> -----Original Message-----
> From: Karen Coyle []
> Sent: Thursday, 20 September, 2018 00:23
> To:
> Subject: Comments on DCAT draft
> I had promised to do a read of the DCAT draft, mainly to catch any areas that weren't clear to me from a "new reader" point of view. Most of the comments below are editorial, and thus possibly a matter of taste - use or not, as desired.
> I have two comments that might be substantive:
> #1
> DCAT Family of Documents
> - I think that the profile-related documents are perhaps a family, but the intention was that those not be specific to DCAT. Does DCAT fit the definition of "family member" in this case?
> #2
> 6.2 says:
> "The definitions (including domain and range) of terms outside the DCAT namespace are provided here only for convenience and MUST NOT be considered normative. The authoritative definitions of these terms are in the corresponding specifications:"
> What about where statements define an equivalence or relationship between a class or property in DCAT and one in another namespace, e.g.:
> dcat:Catalog
> owl:equivalentClass schema:DataCatalog ;
> or in the case of statements in which both subject and object are outside of DCAT:
> dc:title
> owl:equivalentProperty schema:name ;
> Is the definition about "normativity" clear for the interpretation of these types of examples?
> ## Editorial comments ## (my suggestions after the "-")
> Introduction:
> "It also makes it possible to have a decentralized approach to publishing data catalogs and makes federated search for datasets across catalogs in multiple sites possible using the same query mechanism and structure. Aggregated DCAT metadata can serve as a manifest file as part of the digital preservation process."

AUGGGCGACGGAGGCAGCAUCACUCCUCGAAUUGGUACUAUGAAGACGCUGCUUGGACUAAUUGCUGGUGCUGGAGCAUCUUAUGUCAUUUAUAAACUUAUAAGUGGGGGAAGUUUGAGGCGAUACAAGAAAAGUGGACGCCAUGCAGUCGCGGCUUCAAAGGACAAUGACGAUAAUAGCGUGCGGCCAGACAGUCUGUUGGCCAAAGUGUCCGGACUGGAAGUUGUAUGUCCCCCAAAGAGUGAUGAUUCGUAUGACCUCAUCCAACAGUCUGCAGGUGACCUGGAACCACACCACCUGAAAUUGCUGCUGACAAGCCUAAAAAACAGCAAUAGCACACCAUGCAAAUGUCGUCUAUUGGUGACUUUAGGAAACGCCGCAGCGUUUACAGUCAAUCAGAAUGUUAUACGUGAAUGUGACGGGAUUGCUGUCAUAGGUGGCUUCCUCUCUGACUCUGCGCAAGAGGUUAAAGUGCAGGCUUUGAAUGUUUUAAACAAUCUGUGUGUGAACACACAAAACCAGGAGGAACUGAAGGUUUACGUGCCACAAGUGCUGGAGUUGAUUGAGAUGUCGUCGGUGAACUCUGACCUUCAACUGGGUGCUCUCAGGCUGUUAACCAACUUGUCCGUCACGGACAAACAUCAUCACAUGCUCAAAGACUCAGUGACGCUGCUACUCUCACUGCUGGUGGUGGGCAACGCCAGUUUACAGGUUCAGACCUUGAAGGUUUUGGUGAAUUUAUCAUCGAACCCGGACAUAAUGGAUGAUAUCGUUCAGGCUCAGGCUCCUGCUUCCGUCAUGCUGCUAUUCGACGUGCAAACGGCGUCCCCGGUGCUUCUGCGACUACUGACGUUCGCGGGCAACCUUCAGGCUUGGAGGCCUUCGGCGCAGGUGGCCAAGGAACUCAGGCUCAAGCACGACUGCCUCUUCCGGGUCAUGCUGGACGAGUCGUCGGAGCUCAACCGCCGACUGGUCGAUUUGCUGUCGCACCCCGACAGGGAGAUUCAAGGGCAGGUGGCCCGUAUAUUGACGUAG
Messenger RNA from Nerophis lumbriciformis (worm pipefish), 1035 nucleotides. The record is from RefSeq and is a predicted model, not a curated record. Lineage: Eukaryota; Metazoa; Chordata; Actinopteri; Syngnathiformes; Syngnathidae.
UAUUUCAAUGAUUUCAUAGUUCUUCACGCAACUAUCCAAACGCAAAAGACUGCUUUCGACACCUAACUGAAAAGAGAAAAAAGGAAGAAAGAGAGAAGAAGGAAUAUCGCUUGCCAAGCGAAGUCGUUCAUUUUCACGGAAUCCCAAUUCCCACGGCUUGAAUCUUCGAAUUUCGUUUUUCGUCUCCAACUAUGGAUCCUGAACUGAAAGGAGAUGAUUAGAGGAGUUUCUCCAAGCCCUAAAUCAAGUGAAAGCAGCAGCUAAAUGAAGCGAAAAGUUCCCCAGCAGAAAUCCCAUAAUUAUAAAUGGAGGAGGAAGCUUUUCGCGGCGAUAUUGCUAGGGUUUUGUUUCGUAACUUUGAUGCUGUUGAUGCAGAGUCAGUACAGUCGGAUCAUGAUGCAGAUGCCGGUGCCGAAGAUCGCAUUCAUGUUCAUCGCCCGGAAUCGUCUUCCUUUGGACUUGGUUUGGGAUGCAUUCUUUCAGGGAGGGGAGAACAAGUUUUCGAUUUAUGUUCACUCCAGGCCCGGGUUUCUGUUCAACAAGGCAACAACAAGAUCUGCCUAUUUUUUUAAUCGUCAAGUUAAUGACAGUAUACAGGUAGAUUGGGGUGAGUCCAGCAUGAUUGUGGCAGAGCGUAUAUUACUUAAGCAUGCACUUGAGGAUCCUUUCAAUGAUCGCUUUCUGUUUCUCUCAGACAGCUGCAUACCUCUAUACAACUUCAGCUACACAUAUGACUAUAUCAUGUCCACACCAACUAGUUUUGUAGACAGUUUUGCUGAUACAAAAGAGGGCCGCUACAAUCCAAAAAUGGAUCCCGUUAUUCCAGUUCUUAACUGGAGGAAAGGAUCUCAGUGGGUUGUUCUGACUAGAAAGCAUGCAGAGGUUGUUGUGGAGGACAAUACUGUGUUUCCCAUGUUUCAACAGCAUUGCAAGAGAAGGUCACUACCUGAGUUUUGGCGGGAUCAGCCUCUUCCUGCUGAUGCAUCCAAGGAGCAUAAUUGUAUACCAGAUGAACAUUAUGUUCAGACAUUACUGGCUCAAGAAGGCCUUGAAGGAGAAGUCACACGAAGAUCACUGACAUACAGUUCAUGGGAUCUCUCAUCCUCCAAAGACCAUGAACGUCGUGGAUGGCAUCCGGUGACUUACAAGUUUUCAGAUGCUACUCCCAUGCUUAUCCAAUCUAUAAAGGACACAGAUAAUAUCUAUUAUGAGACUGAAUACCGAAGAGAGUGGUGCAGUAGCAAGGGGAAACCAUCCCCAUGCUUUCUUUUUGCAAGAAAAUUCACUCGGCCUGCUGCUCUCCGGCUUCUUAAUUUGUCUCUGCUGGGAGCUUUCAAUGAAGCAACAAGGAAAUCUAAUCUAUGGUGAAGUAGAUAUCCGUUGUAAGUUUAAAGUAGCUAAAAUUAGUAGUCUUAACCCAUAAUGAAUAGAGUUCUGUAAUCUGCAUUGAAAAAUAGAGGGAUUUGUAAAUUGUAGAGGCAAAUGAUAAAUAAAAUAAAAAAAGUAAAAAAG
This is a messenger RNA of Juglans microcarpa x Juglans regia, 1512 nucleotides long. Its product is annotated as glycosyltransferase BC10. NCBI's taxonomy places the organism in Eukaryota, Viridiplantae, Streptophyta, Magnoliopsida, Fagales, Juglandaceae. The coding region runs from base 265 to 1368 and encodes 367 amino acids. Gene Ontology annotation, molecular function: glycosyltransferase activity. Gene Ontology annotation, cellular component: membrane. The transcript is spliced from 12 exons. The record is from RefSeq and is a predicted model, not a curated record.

> - It also makes possible a decentralized approach to data catalog publication and facilitates federated search for datasets in catalogs across sites using a single query mechanism and structure. Aggregated DCAT metadata can serve as a manifest file for digital preservation.
> 3. Namespaces
> However, it can be noted that DCAT...
> - However, note that DCAT
> DCAT itself defines a minimal set of classes and properties of its own.
> - DCAT defines a minimal...
> 4. Conformance
> A data catalog conforms to DCAT if:
>     Access to data is organized into datasets, distributions, and data-services.
>     An RDF description of the catalog itself and its datasets, 
> distributions, and data-services is available
> - Wasn't there discussion of datasets not in catalogs?
> Is this still an open question? If so, should it be noted here?
> 5. Vocabulary
> dcat:Resource represents an item in a catalog.
> - dcat:Resource represents a dataset or service in a catalog.
> - dcat:Resource represents an entry in a catalog.
> That's all - very impressive work. Thanks, everyone.
> kc
> --
> Karen Coyle

> m: 1-510-435-8234 (Signal)
> skype: kcoylenet/+1-510-984-3600

Karen Coyle

m: 1-510-435-8234 (Signal)
skype: kcoylenet/+1-510-984-3600

Received on Thursday, 20 September 2018 07:24:16 UTC